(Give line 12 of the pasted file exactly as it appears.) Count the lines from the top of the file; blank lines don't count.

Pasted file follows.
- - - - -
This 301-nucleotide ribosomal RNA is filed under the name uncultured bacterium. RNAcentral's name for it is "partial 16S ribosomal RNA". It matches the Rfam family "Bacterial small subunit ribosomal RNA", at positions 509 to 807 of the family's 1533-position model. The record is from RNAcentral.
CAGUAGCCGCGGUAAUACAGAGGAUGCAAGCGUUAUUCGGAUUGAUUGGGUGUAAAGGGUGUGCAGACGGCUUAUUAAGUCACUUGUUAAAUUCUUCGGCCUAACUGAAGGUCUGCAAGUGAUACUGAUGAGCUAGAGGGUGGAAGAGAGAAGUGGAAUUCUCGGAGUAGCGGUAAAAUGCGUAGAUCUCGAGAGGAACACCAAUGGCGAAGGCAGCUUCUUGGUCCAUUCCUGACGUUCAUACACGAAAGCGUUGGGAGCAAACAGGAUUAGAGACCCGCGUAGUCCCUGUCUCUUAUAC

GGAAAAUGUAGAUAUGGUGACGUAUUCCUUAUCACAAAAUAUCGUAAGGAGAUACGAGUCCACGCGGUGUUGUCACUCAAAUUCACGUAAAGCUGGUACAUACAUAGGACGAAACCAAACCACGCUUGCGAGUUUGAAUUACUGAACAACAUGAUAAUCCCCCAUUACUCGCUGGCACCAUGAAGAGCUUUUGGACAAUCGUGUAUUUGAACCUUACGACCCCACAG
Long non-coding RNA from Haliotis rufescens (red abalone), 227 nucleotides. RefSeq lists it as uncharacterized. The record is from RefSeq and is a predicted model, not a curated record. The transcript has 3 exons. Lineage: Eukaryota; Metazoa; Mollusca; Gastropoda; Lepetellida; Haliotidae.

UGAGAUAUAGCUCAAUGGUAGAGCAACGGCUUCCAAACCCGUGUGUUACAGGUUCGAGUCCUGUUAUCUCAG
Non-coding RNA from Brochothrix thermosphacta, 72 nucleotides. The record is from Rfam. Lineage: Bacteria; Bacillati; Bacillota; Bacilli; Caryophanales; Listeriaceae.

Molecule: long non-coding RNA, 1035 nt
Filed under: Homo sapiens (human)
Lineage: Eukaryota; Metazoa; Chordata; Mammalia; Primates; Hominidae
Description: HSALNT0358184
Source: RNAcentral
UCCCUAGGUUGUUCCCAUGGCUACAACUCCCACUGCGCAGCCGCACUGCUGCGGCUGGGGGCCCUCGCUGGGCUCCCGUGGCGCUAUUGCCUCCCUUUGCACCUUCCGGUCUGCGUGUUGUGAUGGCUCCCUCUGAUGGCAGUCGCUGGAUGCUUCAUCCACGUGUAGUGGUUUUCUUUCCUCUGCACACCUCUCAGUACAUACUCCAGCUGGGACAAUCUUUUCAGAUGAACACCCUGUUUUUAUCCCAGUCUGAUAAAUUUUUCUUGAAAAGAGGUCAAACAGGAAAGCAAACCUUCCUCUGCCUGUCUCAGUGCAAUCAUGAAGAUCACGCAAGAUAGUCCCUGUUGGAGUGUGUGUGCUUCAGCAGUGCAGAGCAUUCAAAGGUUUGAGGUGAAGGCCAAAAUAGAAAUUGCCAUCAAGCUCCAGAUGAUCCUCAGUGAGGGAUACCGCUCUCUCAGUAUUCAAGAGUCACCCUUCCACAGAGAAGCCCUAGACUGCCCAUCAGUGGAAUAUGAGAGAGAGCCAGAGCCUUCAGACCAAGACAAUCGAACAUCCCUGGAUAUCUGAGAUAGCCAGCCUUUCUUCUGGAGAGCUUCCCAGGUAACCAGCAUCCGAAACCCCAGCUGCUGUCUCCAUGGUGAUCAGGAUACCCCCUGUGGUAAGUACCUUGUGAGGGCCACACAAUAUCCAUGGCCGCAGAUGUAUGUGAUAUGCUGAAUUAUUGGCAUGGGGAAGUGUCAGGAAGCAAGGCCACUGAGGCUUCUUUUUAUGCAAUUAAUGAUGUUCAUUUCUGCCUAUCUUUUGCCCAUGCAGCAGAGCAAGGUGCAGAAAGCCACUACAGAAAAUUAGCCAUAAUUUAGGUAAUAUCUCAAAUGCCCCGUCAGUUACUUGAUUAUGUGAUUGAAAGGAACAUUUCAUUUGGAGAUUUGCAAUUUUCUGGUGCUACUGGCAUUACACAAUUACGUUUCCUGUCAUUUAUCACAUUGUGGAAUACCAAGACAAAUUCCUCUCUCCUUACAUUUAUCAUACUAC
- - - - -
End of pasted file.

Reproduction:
UCCCUAGGUUGUUCCCAUGGCUACAACUCCCACUGCGCAGCCGCACUGCUGCGGCUGGGGGCCCUCGCUGGGCUCCCGUGGCGCUAUUGCCUCCCUUUGCACCUUCCGGUCUGCGUGUUGUGAUGGCUCCCUCUGAUGGCAGUCGCUGGAUGCUUCAUCCACGUGUAGUGGUUUUCUUUCCUCUGCACACCUCUCAGUACAUACUCCAGCUGGGACAAUCUUUUCAGAUGAACACCCUGUUUUUAUCCCAGUCUGAUAAAUUUUUCUUGAAAAGAGGUCAAACAGGAAAGCAAACCUUCCUCUGCCUGUCUCAGUGCAAUCAUGAAGAUCACGCAAGAUAGUCCCUGUUGGAGUGUGUGUGCUUCAGCAGUGCAGAGCAUUCAAAGGUUUGAGGUGAAGGCCAAAAUAGAAAUUGCCAUCAAGCUCCAGAUGAUCCUCAGUGAGGGAUACCGCUCUCUCAGUAUUCAAGAGUCACCCUUCCACAGAGAAGCCCUAGACUGCCCAUCAGUGGAAUAUGAGAGAGAGCCAGAGCCUUCAGACCAAGACAAUCGAACAUCCCUGGAUAUCUGAGAUAGCCAGCCUUUCUUCUGGAGAGCUUCCCAGGUAACCAGCAUCCGAAACCCCAGCUGCUGUCUCCAUGGUGAUCAGGAUACCCCCUGUGGUAAGUACCUUGUGAGGGCCACACAAUAUCCAUGGCCGCAGAUGUAUGUGAUAUGCUGAAUUAUUGGCAUGGGGAAGUGUCAGGAAGCAAGGCCACUGAGGCUUCUUUUUAUGCAAUUAAUGAUGUUCAUUUCUGCCUAUCUUUUGCCCAUGCAGCAGAGCAAGGUGCAGAAAGCCACUACAGAAAAUUAGCCAUAAUUUAGGUAAUAUCUCAAAUGCCCCGUCAGUUACUUGAUUAUGUGAUUGAAAGGAACAUUUCAUUUGGAGAUUUGCAAUUUUCUGGUGCUACUGGCAUUACACAAUUACGUUUCCUGUCAUUUAUCACAUUGUGGAAUACCAAGACAAAUUCCUCUCUCCUUACAUUUAUCAUACUAC